This guy finds himself disabled by his environment. The dining room set was designed with someone else in mind. He's gazing up at the underside of this dining room table that was built to a different scale than one he can use. His abilities, okay, his abilities are what they are what they are, it's the environment that has rendered him disabled. And that was like a critically important conceptual inversion for me to finally understand.
Because now I knew that the term "disabled" can sometime be descriptive of a person's situation or circumstances rather than the person. If I saw Professor Slatin in his office, you know, familiar to him, with any tech he needed right at hand, he was -- he was just as fluent in his world as I was in mine.
At Knowbility's AccessEDU conference in June there was a student panel where kids spoke to us directly about their struggles in the classroom. And we heard from a parent and I think maybe her 9-year-old daughter. I'll call her Ella. I believe she had some learning disabilities stemming maybe from autism. And Ella's mother was told, your daughter might be held back a grade due to low test scores.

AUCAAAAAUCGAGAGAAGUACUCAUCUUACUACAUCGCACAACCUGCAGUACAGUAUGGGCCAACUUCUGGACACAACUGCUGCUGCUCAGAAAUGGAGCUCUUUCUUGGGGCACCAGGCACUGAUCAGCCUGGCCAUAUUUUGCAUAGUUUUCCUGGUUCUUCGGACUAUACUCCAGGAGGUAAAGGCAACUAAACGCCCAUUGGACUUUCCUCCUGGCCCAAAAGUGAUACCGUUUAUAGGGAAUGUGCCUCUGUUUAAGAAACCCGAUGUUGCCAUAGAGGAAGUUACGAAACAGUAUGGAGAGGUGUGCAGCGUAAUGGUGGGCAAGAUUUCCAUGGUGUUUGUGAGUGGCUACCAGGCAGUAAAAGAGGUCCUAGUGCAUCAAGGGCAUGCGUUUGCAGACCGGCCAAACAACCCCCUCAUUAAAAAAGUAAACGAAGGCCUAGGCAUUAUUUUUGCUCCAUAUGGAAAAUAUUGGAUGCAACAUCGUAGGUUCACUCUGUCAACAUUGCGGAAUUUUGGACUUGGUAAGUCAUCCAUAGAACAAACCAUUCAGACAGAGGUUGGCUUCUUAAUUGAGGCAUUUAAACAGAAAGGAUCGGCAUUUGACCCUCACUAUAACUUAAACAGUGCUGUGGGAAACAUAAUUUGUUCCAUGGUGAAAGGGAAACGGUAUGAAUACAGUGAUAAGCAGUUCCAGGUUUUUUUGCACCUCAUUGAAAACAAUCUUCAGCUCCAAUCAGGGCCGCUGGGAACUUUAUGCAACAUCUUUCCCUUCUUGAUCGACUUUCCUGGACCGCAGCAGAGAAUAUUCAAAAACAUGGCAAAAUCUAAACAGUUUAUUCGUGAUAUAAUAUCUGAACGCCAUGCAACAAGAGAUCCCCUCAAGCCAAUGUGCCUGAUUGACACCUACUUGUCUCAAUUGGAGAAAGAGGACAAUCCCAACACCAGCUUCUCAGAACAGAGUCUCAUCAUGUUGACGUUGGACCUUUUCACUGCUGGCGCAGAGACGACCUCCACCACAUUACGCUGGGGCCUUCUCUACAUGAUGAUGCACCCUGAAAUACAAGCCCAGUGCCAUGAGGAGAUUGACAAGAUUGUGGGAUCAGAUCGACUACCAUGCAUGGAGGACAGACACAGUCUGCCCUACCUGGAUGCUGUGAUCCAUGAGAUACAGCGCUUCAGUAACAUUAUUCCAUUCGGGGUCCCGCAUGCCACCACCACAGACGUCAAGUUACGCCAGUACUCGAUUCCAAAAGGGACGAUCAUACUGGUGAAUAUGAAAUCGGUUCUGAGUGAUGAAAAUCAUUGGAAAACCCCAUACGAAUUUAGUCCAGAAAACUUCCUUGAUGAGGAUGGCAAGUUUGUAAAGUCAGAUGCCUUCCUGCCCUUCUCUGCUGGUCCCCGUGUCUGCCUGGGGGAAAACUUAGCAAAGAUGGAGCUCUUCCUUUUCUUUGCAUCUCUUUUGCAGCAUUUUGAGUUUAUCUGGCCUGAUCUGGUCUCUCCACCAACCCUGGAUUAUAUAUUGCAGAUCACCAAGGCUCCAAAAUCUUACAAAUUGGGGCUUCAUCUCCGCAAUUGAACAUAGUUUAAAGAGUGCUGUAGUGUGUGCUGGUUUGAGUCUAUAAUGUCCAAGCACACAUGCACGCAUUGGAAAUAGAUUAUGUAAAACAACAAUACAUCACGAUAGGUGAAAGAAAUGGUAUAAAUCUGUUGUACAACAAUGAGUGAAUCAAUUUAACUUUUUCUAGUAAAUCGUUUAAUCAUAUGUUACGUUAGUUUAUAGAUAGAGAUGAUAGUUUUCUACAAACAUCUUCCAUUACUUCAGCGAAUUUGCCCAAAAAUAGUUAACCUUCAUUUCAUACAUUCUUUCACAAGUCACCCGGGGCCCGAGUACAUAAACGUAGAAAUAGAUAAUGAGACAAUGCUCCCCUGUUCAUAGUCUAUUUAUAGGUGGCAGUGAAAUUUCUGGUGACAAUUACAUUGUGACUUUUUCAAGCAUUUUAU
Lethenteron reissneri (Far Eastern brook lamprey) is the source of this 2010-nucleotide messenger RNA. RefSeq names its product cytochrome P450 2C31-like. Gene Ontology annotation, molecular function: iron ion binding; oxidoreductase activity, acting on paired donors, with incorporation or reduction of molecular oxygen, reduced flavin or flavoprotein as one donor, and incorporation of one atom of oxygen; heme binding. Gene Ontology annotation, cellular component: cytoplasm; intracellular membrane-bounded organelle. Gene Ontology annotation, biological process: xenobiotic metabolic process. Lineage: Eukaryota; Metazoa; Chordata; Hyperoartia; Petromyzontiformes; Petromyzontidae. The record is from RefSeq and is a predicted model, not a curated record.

So her mother felt like what felt like medieval bureaucracy in process to get Ella accommodations that were a bit more innovative than anyone was at first prepared to offer. And when Ella had those accommodations the testing resulted in such high scores, that, get this, the school system questioned whether Ella was disabled in the first place.
And I say she absolutely was disabled by the former circumstances of the test. And she was less disabled by the latter circumstances of the test.